After a weekend driving this British saloon in German playground we got to know this car very well. With an eye on the just revealed Jaguar XE it is nice to gauge how these models compare to their German competitors. First the exterior. Jaguar has an advantage here as you do not see them as often as the German saloons giving the Jag exclusivity. The age where Jaguars were for the elderly is behind us, especially after the recent facelift. The front looks aggressive and the headlights with a LED strip give the car a striking appearance. The new XE has even more of a presence!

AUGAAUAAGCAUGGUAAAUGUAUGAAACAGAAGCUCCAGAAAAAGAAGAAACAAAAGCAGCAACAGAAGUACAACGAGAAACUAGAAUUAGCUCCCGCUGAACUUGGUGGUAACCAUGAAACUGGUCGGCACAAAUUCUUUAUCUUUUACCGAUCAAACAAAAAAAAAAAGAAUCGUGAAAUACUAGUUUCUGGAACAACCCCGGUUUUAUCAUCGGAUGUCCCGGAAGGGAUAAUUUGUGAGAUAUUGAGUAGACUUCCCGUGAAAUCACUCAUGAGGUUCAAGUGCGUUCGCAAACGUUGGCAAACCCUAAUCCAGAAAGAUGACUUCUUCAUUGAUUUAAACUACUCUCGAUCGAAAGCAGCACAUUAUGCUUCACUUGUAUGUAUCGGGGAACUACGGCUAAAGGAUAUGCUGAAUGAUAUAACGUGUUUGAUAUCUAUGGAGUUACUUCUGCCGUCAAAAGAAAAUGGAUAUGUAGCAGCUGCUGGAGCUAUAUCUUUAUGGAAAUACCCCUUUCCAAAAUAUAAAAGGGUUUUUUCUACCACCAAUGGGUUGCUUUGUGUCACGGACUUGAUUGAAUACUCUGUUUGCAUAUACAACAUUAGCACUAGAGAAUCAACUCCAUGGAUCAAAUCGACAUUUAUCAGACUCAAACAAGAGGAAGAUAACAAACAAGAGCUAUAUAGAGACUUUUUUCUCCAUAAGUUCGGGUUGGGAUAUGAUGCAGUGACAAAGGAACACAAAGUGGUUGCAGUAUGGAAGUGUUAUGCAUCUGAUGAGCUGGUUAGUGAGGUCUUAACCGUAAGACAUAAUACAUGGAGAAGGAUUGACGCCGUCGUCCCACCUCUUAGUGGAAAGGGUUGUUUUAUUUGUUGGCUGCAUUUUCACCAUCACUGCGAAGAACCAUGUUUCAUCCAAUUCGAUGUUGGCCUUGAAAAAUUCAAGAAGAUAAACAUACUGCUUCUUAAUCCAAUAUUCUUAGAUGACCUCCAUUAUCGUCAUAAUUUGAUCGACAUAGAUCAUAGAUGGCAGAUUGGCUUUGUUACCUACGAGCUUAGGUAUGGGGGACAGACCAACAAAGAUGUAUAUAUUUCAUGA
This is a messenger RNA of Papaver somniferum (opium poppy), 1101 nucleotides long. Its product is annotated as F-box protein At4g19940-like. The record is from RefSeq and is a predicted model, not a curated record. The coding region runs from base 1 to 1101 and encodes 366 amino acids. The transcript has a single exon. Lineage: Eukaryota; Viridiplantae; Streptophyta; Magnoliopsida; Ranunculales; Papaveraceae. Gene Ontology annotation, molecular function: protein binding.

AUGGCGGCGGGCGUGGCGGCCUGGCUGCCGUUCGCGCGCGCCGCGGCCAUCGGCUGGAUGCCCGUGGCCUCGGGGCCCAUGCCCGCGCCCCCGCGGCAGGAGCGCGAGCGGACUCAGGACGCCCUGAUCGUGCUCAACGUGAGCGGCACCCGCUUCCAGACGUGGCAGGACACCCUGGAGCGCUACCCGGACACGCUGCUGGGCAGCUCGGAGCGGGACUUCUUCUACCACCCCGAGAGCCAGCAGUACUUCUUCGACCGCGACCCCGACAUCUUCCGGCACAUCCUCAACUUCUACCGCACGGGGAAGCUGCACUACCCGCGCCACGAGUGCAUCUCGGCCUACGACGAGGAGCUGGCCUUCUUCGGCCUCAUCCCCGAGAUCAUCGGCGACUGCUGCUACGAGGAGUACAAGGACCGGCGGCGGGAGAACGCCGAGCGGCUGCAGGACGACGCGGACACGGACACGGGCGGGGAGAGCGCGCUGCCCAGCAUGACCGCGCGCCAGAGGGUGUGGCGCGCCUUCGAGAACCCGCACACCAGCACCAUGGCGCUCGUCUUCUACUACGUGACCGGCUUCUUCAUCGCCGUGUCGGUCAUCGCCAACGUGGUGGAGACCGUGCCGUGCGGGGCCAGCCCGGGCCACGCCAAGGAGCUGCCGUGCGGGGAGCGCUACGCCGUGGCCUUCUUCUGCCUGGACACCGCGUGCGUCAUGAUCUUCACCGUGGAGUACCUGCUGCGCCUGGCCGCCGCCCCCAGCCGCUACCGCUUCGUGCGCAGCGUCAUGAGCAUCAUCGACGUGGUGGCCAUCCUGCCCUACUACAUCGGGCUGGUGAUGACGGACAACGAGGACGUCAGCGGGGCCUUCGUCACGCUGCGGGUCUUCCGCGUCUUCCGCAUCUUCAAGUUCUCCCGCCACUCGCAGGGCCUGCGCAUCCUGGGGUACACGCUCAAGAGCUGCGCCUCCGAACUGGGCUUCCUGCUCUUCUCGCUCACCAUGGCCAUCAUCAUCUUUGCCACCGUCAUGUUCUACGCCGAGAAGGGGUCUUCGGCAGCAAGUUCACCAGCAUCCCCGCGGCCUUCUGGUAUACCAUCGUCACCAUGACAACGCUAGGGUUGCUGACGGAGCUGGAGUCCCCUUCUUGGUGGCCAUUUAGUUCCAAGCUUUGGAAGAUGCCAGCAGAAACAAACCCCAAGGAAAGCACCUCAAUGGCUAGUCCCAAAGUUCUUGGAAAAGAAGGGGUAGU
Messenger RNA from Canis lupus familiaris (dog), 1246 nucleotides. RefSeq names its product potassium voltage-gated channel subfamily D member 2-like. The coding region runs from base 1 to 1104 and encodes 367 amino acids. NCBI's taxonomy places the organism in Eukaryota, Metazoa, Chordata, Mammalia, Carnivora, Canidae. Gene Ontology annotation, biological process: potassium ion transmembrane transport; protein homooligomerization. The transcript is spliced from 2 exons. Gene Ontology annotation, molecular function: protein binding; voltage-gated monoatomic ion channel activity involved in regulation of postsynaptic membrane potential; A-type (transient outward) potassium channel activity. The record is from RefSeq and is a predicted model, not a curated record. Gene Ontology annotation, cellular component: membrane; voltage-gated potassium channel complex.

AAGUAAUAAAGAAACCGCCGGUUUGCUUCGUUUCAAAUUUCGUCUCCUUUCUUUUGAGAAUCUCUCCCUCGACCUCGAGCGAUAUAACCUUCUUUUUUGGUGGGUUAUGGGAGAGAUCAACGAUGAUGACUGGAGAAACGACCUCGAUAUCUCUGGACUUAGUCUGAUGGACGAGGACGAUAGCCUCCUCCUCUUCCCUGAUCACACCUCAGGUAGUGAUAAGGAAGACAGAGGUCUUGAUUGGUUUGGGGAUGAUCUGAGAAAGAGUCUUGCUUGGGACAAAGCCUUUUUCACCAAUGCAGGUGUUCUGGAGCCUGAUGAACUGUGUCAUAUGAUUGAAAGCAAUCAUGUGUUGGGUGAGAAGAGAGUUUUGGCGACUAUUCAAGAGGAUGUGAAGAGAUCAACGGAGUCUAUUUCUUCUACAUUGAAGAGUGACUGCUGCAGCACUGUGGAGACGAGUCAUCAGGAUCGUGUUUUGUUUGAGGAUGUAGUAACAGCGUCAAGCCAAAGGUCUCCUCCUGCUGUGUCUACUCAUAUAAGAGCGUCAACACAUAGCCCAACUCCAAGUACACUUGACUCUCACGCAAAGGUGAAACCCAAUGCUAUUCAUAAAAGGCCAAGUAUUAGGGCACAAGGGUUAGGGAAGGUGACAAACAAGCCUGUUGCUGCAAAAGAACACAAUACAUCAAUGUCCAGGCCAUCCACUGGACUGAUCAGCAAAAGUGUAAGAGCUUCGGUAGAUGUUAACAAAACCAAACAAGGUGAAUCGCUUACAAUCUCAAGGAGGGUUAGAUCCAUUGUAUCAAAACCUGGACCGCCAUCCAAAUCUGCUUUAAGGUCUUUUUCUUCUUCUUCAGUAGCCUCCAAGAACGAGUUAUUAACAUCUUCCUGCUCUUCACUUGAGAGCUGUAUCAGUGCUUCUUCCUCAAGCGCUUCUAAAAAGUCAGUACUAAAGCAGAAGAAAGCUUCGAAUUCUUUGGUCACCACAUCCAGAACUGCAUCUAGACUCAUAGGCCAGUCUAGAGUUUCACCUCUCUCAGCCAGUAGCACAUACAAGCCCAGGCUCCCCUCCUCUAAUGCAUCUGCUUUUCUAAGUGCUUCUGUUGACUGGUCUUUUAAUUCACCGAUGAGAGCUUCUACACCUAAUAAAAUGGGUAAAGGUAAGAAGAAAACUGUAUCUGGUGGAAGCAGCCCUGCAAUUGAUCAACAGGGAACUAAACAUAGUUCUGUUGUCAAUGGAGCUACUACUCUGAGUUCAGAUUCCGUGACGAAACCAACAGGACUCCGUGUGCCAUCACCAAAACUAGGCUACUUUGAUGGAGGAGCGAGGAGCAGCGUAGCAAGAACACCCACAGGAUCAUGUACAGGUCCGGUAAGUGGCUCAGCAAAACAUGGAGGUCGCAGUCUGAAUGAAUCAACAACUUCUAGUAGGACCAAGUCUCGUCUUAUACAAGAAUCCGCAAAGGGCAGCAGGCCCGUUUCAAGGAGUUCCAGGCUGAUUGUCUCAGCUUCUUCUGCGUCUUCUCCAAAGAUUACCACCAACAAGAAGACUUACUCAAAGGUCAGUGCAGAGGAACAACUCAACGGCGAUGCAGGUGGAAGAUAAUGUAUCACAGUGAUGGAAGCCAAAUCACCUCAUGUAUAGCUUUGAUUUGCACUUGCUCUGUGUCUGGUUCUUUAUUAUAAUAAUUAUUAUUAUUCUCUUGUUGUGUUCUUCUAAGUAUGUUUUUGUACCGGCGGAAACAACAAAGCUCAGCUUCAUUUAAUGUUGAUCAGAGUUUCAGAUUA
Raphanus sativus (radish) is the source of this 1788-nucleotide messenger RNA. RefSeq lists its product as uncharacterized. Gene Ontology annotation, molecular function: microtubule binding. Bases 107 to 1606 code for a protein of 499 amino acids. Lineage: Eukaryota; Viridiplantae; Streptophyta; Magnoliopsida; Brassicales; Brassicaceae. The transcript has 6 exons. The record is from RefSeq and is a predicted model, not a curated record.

Although the colours of the interior would not be our choice, it suited the exterior and the ‘luxury’ style of our car. Just like the exterior, the interior has its own design which is modern and classic at the same time. The interior of the XE carries over more design ideas from the F-Type making it look sportier.
The driving experience has come a lot closer to that of the XF’s German competitors and we expect that the Jaguar XE to be closer still. We eagerly anticipate the opportunity to drive it! Are you interested in reading more depth details of the Jaguar XF? Then we highly recommend you read our past reviews of the Jaguar XF 2.2D, Jaguar Sportbrake, Jaguar XFR and Jaguar XFRS.